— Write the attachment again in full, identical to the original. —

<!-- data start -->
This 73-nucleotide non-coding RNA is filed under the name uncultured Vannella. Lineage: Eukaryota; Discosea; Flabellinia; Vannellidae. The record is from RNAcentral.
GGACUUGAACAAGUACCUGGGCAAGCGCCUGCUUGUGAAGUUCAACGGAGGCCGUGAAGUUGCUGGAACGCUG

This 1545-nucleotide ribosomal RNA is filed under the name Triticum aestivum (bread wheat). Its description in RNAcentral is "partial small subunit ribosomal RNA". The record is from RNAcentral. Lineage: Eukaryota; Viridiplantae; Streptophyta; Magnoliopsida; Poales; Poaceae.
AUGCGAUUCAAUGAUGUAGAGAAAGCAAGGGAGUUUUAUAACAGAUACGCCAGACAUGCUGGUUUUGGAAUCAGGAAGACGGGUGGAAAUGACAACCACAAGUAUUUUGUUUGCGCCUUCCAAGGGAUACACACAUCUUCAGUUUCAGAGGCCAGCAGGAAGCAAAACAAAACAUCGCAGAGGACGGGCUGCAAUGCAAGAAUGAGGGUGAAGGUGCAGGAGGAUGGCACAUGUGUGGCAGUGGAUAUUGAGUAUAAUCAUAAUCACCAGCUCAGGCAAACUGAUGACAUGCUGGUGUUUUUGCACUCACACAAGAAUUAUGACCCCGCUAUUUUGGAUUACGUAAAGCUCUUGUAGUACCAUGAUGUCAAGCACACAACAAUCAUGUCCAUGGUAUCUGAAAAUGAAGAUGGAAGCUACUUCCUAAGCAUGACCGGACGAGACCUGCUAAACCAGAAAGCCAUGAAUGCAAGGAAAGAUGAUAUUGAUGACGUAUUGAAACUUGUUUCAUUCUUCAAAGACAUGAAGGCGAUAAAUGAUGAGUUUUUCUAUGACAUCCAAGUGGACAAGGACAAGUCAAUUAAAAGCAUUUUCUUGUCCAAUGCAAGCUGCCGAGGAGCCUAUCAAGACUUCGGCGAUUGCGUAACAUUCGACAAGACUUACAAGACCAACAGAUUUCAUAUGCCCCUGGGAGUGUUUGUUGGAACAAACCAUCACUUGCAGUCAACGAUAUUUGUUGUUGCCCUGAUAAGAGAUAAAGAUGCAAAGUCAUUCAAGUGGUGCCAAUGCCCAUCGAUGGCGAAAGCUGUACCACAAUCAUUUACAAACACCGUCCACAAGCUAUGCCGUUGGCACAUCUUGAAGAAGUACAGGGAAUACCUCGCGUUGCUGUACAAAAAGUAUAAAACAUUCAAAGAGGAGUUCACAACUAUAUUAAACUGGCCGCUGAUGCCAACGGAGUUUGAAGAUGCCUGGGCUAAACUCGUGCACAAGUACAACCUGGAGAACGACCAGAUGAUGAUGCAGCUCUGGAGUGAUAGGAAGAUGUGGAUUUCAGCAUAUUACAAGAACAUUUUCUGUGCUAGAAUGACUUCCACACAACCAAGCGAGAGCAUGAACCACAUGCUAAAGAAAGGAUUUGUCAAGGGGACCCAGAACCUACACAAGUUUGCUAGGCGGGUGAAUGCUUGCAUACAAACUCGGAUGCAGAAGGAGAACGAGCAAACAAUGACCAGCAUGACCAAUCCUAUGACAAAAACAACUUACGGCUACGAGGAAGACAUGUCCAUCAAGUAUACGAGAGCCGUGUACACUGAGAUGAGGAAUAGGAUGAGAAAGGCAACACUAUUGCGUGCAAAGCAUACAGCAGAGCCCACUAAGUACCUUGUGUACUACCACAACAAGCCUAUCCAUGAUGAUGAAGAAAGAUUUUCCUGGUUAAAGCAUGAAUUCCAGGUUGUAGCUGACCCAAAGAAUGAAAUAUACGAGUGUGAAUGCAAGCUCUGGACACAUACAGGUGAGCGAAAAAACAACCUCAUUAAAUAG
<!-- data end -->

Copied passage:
This 73-nucleotide non-coding RNA is filed under the name uncultured Vannella. Lineage: Eukaryota; Discosea; Flabellinia; Vannellidae. The record is from RNAcentral.
GGACUUGAACAAGUACCUGGGCAAGCGCCUGCUUGUGAAGUUCAACGGAGGCCGUGAAGUUGCUGGAACGCUG

This 1545-nucleotide ribosomal RNA is filed under the name Triticum aestivum (bread wheat). Its description in RNAcentral is "partial small subunit ribosomal RNA". The record is from RNAcentral. Lineage: Eukaryota; Viridiplantae; Streptophyta; Magnoliopsida; Poales; Poaceae.
AUGCGAUUCAAUGAUGUAGAGAAAGCAAGGGAGUUUUAUAACAGAUACGCCAGACAUGCUGGUUUUGGAAUCAGGAAGACGGGUGGAAAUGACAACCACAAGUAUUUUGUUUGCGCCUUCCAAGGGAUACACACAUCUUCAGUUUCAGAGGCCAGCAGGAAGCAAAACAAAACAUCGCAGAGGACGGGCUGCAAUGCAAGAAUGAGGGUGAAGGUGCAGGAGGAUGGCACAUGUGUGGCAGUGGAUAUUGAGUAUAAUCAUAAUCACCAGCUCAGGCAAACUGAUGACAUGCUGGUGUUUUUGCACUCACACAAGAAUUAUGACCCCGCUAUUUUGGAUUACGUAAAGCUCUUGUAGUACCAUGAUGUCAAGCACACAACAAUCAUGUCCAUGGUAUCUGAAAAUGAAGAUGGAAGCUACUUCCUAAGCAUGACCGGACGAGACCUGCUAAACCAGAAAGCCAUGAAUGCAAGGAAAGAUGAUAUUGAUGACGUAUUGAAACUUGUUUCAUUCUUCAAAGACAUGAAGGCGAUAAAUGAUGAGUUUUUCUAUGACAUCCAAGUGGACAAGGACAAGUCAAUUAAAAGCAUUUUCUUGUCCAAUGCAAGCUGCCGAGGAGCCUAUCAAGACUUCGGCGAUUGCGUAACAUUCGACAAGACUUACAAGACCAACAGAUUUCAUAUGCCCCUGGGAGUGUUUGUUGGAACAAACCAUCACUUGCAGUCAACGAUAUUUGUUGUUGCCCUGAUAAGAGAUAAAGAUGCAAAGUCAUUCAAGUGGUGCCAAUGCCCAUCGAUGGCGAAAGCUGUACCACAAUCAUUUACAAACACCGUCCACAAGCUAUGCCGUUGGCACAUCUUGAAGAAGUACAGGGAAUACCUCGCGUUGCUGUACAAAAAGUAUAAAACAUUCAAAGAGGAGUUCACAACUAUAUUAAACUGGCCGCUGAUGCCAACGGAGUUUGAAGAUGCCUGGGCUAAACUCGUGCACAAGUACAACCUGGAGAACGACCAGAUGAUGAUGCAGCUCUGGAGUGAUAGGAAGAUGUGGAUUUCAGCAUAUUACAAGAACAUUUUCUGUGCUAGAAUGACUUCCACACAACCAAGCGAGAGCAUGAACCACAUGCUAAAGAAAGGAUUUGUCAAGGGGACCCAGAACCUACACAAGUUUGCUAGGCGGGUGAAUGCUUGCAUACAAACUCGGAUGCAGAAGGAGAACGAGCAAACAAUGACCAGCAUGACCAAUCCUAUGACAAAAACAACUUACGGCUACGAGGAAGACAUGUCCAUCAAGUAUACGAGAGCCGUGUACACUGAGAUGAGGAAUAGGAUGAGAAAGGCAACACUAUUGCGUGCAAAGCAUACAGCAGAGCCCACUAAGUACCUUGUGUACUACCACAACAAGCCUAUCCAUGAUGAUGAAGAAAGAUUUUCCUGGUUAAAGCAUGAAUUCCAGGUUGUAGCUGACCCAAAGAAUGAAAUAUACGAGUGUGAAUGCAAGCUCUGGACACAUACAGGUGAGCGAAAAAACAACCUCAUUAAAUAG